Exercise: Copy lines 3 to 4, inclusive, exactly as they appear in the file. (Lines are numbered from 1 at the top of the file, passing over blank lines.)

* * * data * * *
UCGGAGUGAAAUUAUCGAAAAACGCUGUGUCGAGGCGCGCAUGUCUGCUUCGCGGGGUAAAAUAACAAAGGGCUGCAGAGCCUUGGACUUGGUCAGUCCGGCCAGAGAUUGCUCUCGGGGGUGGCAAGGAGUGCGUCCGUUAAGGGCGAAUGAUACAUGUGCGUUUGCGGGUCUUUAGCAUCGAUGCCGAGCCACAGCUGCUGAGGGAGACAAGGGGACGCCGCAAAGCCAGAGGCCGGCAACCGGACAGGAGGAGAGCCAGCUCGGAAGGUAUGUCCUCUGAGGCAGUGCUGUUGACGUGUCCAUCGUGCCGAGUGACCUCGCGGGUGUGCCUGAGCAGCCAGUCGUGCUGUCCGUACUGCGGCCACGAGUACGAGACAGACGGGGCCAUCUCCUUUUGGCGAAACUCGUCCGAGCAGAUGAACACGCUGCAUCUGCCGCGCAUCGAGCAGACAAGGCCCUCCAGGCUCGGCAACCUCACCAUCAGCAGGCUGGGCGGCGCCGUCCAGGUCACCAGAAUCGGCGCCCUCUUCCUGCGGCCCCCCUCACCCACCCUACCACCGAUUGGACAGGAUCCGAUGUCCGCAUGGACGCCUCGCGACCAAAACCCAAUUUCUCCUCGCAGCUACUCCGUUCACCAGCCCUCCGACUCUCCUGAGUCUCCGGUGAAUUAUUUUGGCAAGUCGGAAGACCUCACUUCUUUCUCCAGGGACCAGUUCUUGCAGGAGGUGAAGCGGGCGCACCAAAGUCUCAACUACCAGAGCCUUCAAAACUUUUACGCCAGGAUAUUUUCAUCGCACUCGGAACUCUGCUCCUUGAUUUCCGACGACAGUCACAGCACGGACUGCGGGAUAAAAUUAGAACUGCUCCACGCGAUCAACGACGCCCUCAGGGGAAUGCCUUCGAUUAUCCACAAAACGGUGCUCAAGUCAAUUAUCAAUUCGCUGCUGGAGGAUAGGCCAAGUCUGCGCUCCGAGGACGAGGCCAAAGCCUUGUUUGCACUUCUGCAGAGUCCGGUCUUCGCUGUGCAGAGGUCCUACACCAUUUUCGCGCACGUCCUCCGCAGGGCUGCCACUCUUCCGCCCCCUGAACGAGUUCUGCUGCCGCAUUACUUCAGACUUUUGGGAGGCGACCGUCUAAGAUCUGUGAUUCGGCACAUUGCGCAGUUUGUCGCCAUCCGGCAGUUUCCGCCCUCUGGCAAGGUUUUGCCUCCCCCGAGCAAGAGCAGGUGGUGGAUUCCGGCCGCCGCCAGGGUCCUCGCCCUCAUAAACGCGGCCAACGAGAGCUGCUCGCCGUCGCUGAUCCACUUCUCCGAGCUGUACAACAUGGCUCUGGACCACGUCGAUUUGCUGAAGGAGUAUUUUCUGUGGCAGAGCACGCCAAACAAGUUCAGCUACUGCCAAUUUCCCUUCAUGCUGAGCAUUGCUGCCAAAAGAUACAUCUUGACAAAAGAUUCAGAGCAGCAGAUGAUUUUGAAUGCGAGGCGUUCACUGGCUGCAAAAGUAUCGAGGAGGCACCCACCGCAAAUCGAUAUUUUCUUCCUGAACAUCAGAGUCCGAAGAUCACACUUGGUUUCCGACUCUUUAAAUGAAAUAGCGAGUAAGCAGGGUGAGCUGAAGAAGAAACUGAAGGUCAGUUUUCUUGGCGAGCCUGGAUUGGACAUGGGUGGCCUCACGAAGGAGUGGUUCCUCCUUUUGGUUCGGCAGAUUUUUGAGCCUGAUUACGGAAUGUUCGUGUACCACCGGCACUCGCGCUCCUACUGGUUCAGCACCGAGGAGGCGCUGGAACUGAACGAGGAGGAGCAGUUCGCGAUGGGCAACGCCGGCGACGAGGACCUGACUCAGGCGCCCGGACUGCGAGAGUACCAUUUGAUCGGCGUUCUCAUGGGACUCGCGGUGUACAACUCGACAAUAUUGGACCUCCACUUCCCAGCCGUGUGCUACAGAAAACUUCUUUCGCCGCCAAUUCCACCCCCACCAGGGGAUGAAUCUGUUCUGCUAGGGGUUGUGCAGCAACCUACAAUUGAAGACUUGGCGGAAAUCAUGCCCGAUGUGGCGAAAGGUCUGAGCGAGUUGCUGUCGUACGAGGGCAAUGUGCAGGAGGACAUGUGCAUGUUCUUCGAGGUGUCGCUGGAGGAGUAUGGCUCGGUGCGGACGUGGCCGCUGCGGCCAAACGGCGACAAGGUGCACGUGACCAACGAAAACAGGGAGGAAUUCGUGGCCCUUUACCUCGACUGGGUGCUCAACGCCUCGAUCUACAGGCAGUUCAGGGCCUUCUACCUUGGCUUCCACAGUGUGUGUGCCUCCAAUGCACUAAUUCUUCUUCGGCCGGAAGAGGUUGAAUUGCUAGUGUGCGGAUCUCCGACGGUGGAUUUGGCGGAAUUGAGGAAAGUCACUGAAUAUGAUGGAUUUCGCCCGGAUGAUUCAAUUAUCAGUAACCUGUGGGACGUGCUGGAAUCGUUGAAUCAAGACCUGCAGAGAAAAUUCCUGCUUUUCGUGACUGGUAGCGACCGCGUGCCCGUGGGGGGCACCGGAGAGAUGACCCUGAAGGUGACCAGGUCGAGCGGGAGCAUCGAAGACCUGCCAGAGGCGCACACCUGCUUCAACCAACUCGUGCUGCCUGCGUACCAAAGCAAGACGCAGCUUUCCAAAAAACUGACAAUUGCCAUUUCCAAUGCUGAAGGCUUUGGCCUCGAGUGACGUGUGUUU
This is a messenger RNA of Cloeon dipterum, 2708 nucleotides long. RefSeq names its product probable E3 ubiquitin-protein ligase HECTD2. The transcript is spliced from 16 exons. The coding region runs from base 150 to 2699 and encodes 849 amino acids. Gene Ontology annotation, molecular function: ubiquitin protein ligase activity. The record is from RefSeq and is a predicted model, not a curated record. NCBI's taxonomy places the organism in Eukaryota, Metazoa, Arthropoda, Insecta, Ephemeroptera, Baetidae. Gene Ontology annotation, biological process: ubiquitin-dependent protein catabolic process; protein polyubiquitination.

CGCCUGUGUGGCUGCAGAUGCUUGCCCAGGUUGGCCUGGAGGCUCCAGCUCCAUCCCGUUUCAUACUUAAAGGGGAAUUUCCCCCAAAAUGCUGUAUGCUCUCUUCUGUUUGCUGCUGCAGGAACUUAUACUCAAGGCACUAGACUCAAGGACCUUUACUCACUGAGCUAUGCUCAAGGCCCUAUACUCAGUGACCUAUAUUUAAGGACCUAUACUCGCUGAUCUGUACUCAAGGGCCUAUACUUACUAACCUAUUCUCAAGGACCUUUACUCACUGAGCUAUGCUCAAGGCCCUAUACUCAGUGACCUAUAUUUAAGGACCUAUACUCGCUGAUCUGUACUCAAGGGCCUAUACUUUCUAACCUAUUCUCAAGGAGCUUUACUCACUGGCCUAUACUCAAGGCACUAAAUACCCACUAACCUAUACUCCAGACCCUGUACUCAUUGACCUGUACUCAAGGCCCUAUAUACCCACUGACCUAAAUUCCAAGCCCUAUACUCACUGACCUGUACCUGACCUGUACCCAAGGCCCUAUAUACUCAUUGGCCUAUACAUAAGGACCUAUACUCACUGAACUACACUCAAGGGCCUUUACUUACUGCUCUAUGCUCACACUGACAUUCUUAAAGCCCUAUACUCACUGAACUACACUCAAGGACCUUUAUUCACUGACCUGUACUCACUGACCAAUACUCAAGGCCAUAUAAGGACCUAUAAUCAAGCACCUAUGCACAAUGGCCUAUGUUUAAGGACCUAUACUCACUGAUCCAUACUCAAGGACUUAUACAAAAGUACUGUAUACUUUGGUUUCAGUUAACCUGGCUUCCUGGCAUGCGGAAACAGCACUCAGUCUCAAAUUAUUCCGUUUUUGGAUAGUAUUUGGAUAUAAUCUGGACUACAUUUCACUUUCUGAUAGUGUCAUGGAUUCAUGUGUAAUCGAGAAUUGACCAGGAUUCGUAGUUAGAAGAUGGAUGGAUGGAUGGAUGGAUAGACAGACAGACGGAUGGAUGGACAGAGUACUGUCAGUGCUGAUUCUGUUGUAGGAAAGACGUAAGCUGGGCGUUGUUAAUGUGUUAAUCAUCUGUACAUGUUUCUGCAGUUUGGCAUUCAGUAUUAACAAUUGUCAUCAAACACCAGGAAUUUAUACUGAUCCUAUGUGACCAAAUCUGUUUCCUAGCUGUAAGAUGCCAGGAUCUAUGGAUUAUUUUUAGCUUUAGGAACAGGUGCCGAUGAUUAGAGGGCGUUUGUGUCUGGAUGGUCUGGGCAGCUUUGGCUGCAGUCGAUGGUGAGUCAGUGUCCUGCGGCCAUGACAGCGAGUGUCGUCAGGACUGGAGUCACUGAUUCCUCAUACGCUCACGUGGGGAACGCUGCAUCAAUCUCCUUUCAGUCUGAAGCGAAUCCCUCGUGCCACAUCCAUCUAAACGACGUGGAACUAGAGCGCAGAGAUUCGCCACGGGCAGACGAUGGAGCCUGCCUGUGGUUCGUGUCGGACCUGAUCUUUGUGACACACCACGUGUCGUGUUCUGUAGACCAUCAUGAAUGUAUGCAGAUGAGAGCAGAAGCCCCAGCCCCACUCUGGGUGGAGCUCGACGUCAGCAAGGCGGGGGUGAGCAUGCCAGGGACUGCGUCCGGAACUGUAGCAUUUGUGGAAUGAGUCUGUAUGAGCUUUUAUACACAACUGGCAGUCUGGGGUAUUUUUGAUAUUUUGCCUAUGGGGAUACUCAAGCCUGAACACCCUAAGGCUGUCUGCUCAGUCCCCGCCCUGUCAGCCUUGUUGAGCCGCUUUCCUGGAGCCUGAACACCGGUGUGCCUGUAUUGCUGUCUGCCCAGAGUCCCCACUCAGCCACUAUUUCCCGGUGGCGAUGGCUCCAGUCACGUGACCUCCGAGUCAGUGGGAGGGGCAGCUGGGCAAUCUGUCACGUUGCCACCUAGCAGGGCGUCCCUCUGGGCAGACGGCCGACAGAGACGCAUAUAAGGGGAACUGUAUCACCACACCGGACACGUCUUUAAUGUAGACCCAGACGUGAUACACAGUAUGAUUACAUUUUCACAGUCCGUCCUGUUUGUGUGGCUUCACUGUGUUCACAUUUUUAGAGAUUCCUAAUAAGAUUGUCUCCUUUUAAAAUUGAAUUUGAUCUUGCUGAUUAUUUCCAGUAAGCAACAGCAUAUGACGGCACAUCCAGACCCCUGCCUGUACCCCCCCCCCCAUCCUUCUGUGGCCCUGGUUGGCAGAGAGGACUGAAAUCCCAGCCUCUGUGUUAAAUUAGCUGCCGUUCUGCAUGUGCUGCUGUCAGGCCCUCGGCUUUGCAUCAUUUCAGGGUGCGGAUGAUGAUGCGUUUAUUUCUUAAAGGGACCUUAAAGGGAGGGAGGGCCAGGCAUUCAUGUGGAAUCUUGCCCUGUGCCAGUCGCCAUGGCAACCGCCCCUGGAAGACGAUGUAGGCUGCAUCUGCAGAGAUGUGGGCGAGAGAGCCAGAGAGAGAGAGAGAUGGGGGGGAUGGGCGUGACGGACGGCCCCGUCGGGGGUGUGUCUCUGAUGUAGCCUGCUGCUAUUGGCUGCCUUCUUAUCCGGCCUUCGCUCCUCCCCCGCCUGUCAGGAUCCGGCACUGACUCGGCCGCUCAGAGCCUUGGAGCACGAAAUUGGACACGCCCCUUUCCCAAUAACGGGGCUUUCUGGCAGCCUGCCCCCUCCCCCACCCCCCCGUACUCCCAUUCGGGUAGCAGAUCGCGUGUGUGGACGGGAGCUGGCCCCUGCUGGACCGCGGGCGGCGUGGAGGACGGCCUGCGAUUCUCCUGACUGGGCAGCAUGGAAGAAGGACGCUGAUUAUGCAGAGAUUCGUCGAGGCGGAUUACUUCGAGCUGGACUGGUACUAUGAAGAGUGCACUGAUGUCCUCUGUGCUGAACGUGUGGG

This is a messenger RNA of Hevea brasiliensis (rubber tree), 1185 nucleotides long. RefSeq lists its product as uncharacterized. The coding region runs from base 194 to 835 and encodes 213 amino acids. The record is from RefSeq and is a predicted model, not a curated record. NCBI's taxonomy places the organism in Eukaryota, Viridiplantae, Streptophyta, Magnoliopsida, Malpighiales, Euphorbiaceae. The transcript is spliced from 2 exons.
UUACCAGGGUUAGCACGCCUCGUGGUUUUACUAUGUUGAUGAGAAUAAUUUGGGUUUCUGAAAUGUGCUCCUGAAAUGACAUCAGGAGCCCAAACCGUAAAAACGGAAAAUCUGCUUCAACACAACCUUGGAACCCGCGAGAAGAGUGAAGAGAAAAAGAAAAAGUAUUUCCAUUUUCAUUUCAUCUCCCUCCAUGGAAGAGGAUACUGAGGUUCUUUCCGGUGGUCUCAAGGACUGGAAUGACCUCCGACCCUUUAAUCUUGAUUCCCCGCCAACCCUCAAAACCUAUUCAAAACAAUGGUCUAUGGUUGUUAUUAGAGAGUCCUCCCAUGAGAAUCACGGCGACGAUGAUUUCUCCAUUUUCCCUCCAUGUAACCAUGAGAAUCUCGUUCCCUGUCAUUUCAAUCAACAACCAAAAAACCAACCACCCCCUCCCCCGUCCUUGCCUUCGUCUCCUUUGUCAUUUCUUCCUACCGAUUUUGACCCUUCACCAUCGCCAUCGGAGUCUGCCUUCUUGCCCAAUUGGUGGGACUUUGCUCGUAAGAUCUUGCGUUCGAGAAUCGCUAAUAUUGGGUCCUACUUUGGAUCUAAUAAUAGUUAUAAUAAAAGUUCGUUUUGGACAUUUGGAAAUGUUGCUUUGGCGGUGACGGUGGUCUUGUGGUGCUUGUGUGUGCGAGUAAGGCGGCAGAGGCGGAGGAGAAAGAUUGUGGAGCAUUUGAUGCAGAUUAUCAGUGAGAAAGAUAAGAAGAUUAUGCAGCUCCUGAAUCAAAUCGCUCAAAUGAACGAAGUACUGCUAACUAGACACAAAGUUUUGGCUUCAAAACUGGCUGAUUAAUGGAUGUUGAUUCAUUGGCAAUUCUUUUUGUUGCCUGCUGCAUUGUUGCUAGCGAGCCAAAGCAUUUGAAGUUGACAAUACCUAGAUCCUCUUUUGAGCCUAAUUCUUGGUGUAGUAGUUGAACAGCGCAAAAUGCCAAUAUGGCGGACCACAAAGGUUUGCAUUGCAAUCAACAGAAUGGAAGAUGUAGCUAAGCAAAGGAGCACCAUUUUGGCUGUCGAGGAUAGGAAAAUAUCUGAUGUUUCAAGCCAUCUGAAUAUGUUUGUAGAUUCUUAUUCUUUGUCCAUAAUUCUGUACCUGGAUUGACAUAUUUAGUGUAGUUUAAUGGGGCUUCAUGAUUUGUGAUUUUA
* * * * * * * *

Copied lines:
CGCCUGUGUGGCUGCAGAUGCUUGCCCAGGUUGGCCUGGAGGCUCCAGCUCCAUCCCGUUUCAUACUUAAAGGGGAAUUUCCCCCAAAAUGCUGUAUGCUCUCUUCUGUUUGCUGCUGCAGGAACUUAUACUCAAGGCACUAGACUCAAGGACCUUUACUCACUGAGCUAUGCUCAAGGCCCUAUACUCAGUGACCUAUAUUUAAGGACCUAUACUCGCUGAUCUGUACUCAAGGGCCUAUACUUACUAACCUAUUCUCAAGGACCUUUACUCACUGAGCUAUGCUCAAGGCCCUAUACUCAGUGACCUAUAUUUAAGGACCUAUACUCGCUGAUCUGUACUCAAGGGCCUAUACUUUCUAACCUAUUCUCAAGGAGCUUUACUCACUGGCCUAUACUCAAGGCACUAAAUACCCACUAACCUAUACUCCAGACCCUGUACUCAUUGACCUGUACUCAAGGCCCUAUAUACCCACUGACCUAAAUUCCAAGCCCUAUACUCACUGACCUGUACCUGACCUGUACCCAAGGCCCUAUAUACUCAUUGGCCUAUACAUAAGGACCUAUACUCACUGAACUACACUCAAGGGCCUUUACUUACUGCUCUAUGCUCACACUGACAUUCUUAAAGCCCUAUACUCACUGAACUACACUCAAGGACCUUUAUUCACUGACCUGUACUCACUGACCAAUACUCAAGGCCAUAUAAGGACCUAUAAUCAAGCACCUAUGCACAAUGGCCUAUGUUUAAGGACCUAUACUCACUGAUCCAUACUCAAGGACUUAUACAAAAGUACUGUAUACUUUGGUUUCAGUUAACCUGGCUUCCUGGCAUGCGGAAACAGCACUCAGUCUCAAAUUAUUCCGUUUUUGGAUAGUAUUUGGAUAUAAUCUGGACUACAUUUCACUUUCUGAUAGUGUCAUGGAUUCAUGUGUAAUCGAGAAUUGACCAGGAUUCGUAGUUAGAAGAUGGAUGGAUGGAUGGAUGGAUAGACAGACAGACGGAUGGAUGGACAGAGUACUGUCAGUGCUGAUUCUGUUGUAGGAAAGACGUAAGCUGGGCGUUGUUAAUGUGUUAAUCAUCUGUACAUGUUUCUGCAGUUUGGCAUUCAGUAUUAACAAUUGUCAUCAAACACCAGGAAUUUAUACUGAUCCUAUGUGACCAAAUCUGUUUCCUAGCUGUAAGAUGCCAGGAUCUAUGGAUUAUUUUUAGCUUUAGGAACAGGUGCCGAUGAUUAGAGGGCGUUUGUGUCUGGAUGGUCUGGGCAGCUUUGGCUGCAGUCGAUGGUGAGUCAGUGUCCUGCGGCCAUGACAGCGAGUGUCGUCAGGACUGGAGUCACUGAUUCCUCAUACGCUCACGUGGGGAACGCUGCAUCAAUCUCCUUUCAGUCUGAAGCGAAUCCCUCGUGCCACAUCCAUCUAAACGACGUGGAACUAGAGCGCAGAGAUUCGCCACGGGCAGACGAUGGAGCCUGCCUGUGGUUCGUGUCGGACCUGAUCUUUGUGACACACCACGUGUCGUGUUCUGUAGACCAUCAUGAAUGUAUGCAGAUGAGAGCAGAAGCCCCAGCCCCACUCUGGGUGGAGCUCGACGUCAGCAAGGCGGGGGUGAGCAUGCCAGGGACUGCGUCCGGAACUGUAGCAUUUGUGGAAUGAGUCUGUAUGAGCUUUUAUACACAACUGGCAGUCUGGGGUAUUUUUGAUAUUUUGCCUAUGGGGAUACUCAAGCCUGAACACCCUAAGGCUGUCUGCUCAGUCCCCGCCCUGUCAGCCUUGUUGAGCCGCUUUCCUGGAGCCUGAACACCGGUGUGCCUGUAUUGCUGUCUGCCCAGAGUCCCCACUCAGCCACUAUUUCCCGGUGGCGAUGGCUCCAGUCACGUGACCUCCGAGUCAGUGGGAGGGGCAGCUGGGCAAUCUGUCACGUUGCCACCUAGCAGGGCGUCCCUCUGGGCAGACGGCCGACAGAGACGCAUAUAAGGGGAACUGUAUCACCACACCGGACACGUCUUUAAUGUAGACCCAGACGUGAUACACAGUAUGAUUACAUUUUCACAGUCCGUCCUGUUUGUGUGGCUUCACUGUGUUCACAUUUUUAGAGAUUCCUAAUAAGAUUGUCUCCUUUUAAAAUUGAAUUUGAUCUUGCUGAUUAUUUCCAGUAAGCAACAGCAUAUGACGGCACAUCCAGACCCCUGCCUGUACCCCCCCCCCCAUCCUUCUGUGGCCCUGGUUGGCAGAGAGGACUGAAAUCCCAGCCUCUGUGUUAAAUUAGCUGCCGUUCUGCAUGUGCUGCUGUCAGGCCCUCGGCUUUGCAUCAUUUCAGGGUGCGGAUGAUGAUGCGUUUAUUUCUUAAAGGGACCUUAAAGGGAGGGAGGGCCAGGCAUUCAUGUGGAAUCUUGCCCUGUGCCAGUCGCCAUGGCAACCGCCCCUGGAAGACGAUGUAGGCUGCAUCUGCAGAGAUGUGGGCGAGAGAGCCAGAGAGAGAGAGAGAUGGGGGGGAUGGGCGUGACGGACGGCCCCGUCGGGGGUGUGUCUCUGAUGUAGCCUGCUGCUAUUGGCUGCCUUCUUAUCCGGCCUUCGCUCCUCCCCCGCCUGUCAGGAUCCGGCACUGACUCGGCCGCUCAGAGCCUUGGAGCACGAAAUUGGACACGCCCCUUUCCCAAUAACGGGGCUUUCUGGCAGCCUGCCCCCUCCCCCACCCCCCCGUACUCCCAUUCGGGUAGCAGAUCGCGUGUGUGGACGGGAGCUGGCCCCUGCUGGACCGCGGGCGGCGUGGAGGACGGCCUGCGAUUCUCCUGACUGGGCAGCAUGGAAGAAGGACGCUGAUUAUGCAGAGAUUCGUCGAGGCGGAUUACUUCGAGCUGGACUGGUACUAUGAAGAGUGCACUGAUGUCCUCUGUGCUGAACGUGUGGG

This is a messenger RNA of Hevea brasiliensis (rubber tree), 1185 nucleotides long. RefSeq lists its product as uncharacterized. The coding region runs from base 194 to 835 and encodes 213 amino acids. The record is from RefSeq and is a predicted model, not a curated record. NCBI's taxonomy places the organism in Eukaryota, Viridiplantae, Streptophyta, Magnoliopsida, Malpighiales, Euphorbiaceae. The transcript is spliced from 2 exons.